I’ve had a go at Duolingo Polish. I’ve just about got my head around the principles of the case system, it looks wonderful once you can get in embedded in your head and can recognise what’s going on. Looking at the comments in the exercises it looks like fellow learners are getting into muddles trying to use the case system perfectly. Whereas i am not worrying about it, but just being aware of it. I’m trying focus on getting the stem of the words and understanding what case is used, without the detail of correct spellings. A problem with this is sometimes I confuse myself: For example, jestem = I am and Jesc = to eat, seem to have the same stem, so when presented with different pronouns and cases, they conjugate, but I don’t know which ones are for which.
I suppose my question really is do I want a hard challenge, or an easier one to get to be able to speak a foreign language quicker?


#9

Hello! I went to Poland earlier this year and totally fell in love, so would be very interested in Say Something in Polish… I think the thing is that SSiW has totally spoiled me for all other ways of learning languages, because it’s just a million times better than anything else out there! Every time I go on holiday I get incredibly frustrated that there isn’t a Say Something in Croatian, Say Something in Portuguese etc! I search the web for something similar and there is never anything as good!

For Polish, I signed up for a month’s subscription to PolishPod101. I was a bit concerned about it initially as it’s a bit spammy, and I still get loads of emails from them (partly my fault because I haven’t unsubscribed…). They have a broadly similar approach to SSI but nowhere near as systematic - there are lots of individual lessons, they don’t build on each other, and there isn’t enough repetition to ingrain the learning so you need to listen to each lesson loads (or at least I did - I found Polish far harder to pick up than Welsh!) It doesn’t combine the words into building blocks of sentences the way that works so well with SSi. But it was the most useful source I found for learning Polish, and I managed to learn the essential phrases. After the initial steep learning curve I found myself really loving Polish and wanting to learn more. I think it’s a beautiful language.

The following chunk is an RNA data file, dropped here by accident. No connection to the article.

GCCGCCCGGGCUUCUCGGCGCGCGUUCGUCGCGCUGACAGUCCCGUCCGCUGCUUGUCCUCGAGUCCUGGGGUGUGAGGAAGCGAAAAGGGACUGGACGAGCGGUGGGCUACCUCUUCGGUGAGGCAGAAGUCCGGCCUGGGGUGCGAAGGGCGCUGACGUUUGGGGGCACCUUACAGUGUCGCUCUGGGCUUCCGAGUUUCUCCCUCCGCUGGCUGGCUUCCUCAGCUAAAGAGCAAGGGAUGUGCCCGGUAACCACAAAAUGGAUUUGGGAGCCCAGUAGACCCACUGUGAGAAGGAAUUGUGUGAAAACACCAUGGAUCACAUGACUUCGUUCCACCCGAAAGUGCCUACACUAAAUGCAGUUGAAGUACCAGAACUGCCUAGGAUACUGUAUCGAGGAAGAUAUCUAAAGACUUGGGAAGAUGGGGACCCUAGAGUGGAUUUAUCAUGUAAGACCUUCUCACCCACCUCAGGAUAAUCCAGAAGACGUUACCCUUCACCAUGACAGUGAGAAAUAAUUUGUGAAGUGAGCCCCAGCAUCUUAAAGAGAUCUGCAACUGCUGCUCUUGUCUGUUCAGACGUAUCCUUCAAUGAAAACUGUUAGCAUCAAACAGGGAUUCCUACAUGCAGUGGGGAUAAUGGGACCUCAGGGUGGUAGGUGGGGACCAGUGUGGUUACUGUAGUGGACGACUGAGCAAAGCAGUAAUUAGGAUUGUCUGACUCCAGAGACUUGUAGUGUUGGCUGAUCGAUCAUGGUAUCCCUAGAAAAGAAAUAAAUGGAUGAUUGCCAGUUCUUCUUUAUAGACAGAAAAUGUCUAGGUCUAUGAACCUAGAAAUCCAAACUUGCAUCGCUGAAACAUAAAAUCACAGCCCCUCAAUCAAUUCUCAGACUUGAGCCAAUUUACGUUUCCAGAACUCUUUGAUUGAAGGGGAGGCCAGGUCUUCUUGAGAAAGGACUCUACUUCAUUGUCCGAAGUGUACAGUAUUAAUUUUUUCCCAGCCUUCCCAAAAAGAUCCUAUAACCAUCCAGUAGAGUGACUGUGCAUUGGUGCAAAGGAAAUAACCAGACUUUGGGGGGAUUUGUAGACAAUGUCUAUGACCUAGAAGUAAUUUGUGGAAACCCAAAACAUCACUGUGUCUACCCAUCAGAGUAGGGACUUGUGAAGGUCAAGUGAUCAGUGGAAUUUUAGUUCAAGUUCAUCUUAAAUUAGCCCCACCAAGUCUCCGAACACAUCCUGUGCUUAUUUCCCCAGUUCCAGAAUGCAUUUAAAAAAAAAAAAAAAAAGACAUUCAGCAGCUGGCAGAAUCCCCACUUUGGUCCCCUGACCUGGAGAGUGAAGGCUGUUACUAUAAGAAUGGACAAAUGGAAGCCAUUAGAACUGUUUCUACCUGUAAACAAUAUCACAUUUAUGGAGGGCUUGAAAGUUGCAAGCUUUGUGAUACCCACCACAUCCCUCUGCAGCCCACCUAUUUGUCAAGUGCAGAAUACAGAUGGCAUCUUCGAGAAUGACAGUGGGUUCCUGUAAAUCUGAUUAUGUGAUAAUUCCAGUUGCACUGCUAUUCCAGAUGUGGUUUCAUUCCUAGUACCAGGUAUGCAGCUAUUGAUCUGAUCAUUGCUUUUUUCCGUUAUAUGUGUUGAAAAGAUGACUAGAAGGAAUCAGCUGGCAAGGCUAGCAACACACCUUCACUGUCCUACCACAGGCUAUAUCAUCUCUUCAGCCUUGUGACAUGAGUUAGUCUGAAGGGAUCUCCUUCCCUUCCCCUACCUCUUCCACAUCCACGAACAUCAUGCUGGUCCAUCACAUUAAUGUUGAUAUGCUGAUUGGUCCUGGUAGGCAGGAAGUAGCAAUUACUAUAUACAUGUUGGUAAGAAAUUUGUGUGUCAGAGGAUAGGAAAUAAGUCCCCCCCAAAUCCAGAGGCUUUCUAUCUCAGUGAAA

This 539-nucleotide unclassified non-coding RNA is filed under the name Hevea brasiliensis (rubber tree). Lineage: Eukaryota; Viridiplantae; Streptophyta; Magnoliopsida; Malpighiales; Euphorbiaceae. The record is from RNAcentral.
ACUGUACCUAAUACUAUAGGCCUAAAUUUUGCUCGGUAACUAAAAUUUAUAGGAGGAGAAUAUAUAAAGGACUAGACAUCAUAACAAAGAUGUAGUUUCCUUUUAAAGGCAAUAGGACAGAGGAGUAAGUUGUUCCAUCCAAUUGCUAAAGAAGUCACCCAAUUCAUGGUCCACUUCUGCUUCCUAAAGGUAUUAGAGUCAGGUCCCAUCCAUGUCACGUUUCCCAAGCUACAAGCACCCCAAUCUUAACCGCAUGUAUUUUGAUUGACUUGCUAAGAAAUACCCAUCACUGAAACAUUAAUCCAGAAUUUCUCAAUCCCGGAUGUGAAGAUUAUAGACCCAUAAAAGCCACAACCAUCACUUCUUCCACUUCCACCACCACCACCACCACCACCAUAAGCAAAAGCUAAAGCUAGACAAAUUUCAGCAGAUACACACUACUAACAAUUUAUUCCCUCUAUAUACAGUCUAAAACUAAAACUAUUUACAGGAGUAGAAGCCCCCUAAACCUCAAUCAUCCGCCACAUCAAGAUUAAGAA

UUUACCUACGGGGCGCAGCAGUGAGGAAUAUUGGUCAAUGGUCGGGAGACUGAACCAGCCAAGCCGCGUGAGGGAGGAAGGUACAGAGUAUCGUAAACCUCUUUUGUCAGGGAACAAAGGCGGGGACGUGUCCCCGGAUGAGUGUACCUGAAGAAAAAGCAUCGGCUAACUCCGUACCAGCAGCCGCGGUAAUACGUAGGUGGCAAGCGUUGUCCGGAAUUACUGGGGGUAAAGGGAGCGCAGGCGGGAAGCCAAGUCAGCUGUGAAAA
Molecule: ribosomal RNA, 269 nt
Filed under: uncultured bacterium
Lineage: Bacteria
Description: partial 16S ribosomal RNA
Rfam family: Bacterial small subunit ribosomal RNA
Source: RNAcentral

What would be really wonderful would be mini SSi courses for tourists in loads of different languages - it would (I assume!) be less intense to set up than a full on course, and could be a great introduction to people to the method. I would happily pay for a short course in say Croatian (can you tell I’m planning a trip to Croatia next?!) which would teach me the essential phrases like please, thank you, hello, good bye etc.

Anyway, I just thought you might want to check out PolishPod101 in case it’s any use to you, and to add my support to the idea of SSiPolish!


#10

You are very kind, it’s a horrible looking homepage, my head hurts without any Polish! Yet if it’s the same underlying methodology it might be worth looking into, so thanks for the information. Do they use actual speakers or a computerised voice? …I’m wondering how many languages I can learn before the SSiBorg can produce SSiEverything, which would be fantastic https://www.polishpod101.com

It’s a beautiful language: ciasteczka są smaczne - The biscuits are tasty, which just puts English to shame


#11

It’s not, because the SSi Method is proprietary - but it may have some elements in common… :slight_smile:


#12

In February I was tasked to spend some time in the Gdansk area, helping an organisation achieve certification later in the year; meaning that I would be visiting the region fairly regularly throughout the year.
That said, I began jotting down some basic Polish words and phrases that I thought would come in handy; I even setup a free Wordpress© blog (9-day Polish?) prior to my 1st visit. I combined this with an online trawl of free online Polish tutorials…all with the aim of making a good first impression.
It worked and I received favourable ‘pronunciation’ comments.
Imagine my disappointment when, the week following my visit, I was pulled from the team…my services were required in Norway instead.
I hope that a solution can be found and that a SSI (or similar) Polish/Polski can be devised. Dream it, think it, work it.


#13

I’ve just noticed this thread. Yes that sounds a great idea.

Also just my opinion, but as well as Welsh (obviously) and Spanish, Polish is one of the languages that I personally hear most in the UK, so could be practiced with friends without the need for travel.